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Estate plans and chronic illness

Almost 157 million people around the country will have a chronic illness by 2020. Florida residents who have a chronic illness or have a loved one who is chronically ill should make sure that their estate plans include the legal documents that directly address their age-related and health-related challenges.

Such estate plans will not really differ from the typical estate plans that most people should develop. However, people with chronic illnesses should have an estate plan that take into account that their condition could progress to the point that their ability to understand the legal documents may soon be hindered. It is important that they get the necessary documents in place as soon as possible after they have received a diagnosis.

One important document to have on hand is a HIPAA release. The 1996 Health Insurance Portability and Accountability Act details the requirements for keeping protected health information private; it prohibits the distribution of the personal health information to unauthorized parties. With a HIPAA release, people can give trusted individuals access to their private health information.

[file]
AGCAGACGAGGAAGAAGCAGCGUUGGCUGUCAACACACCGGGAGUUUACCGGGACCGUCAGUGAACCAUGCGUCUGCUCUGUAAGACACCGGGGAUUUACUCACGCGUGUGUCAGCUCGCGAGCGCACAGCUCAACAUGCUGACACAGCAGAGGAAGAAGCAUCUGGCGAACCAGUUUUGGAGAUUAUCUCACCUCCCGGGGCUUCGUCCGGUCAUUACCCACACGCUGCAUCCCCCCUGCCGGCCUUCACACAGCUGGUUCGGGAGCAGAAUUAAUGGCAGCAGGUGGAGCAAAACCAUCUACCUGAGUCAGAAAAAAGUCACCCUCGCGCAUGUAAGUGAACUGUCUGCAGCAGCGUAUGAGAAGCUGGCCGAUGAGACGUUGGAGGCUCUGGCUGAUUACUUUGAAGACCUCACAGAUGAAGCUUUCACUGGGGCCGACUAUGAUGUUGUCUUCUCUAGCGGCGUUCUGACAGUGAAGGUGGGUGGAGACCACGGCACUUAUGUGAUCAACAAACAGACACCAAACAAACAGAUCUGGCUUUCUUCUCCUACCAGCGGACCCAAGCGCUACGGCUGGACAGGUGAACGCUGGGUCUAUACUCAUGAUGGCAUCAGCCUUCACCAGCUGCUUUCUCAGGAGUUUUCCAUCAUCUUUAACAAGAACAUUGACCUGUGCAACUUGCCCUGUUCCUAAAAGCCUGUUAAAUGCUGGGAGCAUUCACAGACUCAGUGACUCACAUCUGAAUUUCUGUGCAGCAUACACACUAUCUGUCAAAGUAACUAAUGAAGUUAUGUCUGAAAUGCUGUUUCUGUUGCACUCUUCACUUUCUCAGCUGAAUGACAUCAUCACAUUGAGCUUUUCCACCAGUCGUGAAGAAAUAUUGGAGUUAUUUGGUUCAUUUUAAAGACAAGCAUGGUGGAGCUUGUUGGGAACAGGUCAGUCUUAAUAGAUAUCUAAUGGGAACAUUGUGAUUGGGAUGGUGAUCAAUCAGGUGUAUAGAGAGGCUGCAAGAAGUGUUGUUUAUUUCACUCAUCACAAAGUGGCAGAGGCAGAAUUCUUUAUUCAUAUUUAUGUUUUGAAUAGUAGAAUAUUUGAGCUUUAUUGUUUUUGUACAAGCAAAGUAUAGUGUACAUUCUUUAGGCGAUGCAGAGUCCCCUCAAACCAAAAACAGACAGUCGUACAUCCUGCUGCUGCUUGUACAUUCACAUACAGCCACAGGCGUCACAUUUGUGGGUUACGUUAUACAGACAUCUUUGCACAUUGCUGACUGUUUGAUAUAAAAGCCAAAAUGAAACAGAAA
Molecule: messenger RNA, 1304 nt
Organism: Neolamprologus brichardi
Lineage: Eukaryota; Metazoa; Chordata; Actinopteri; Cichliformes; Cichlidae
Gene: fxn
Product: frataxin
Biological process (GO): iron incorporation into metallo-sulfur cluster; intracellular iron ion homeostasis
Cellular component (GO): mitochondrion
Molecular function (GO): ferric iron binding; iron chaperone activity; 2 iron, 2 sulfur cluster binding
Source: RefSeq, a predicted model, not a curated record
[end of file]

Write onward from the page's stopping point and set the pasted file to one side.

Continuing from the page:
The release should be in written form and should specify that the authorization is being freely given. It should also detail exactly what type of health information can be disclosed. For example, individuals can allow their entire medical records to be divulged to a specific party, or they can permit only certain items. Who is allowed to disclose the information, such as a certain doctor, medical facility or list of providers, should also be specified.

An attorney may work to help clients develop a estate plan that directly addresses their needs. Assistance may be provided for writing specific types of powers of attorney. The attorney may offer counsel regarding how certain situations, such as chronic illness, should be addressed in the plan.

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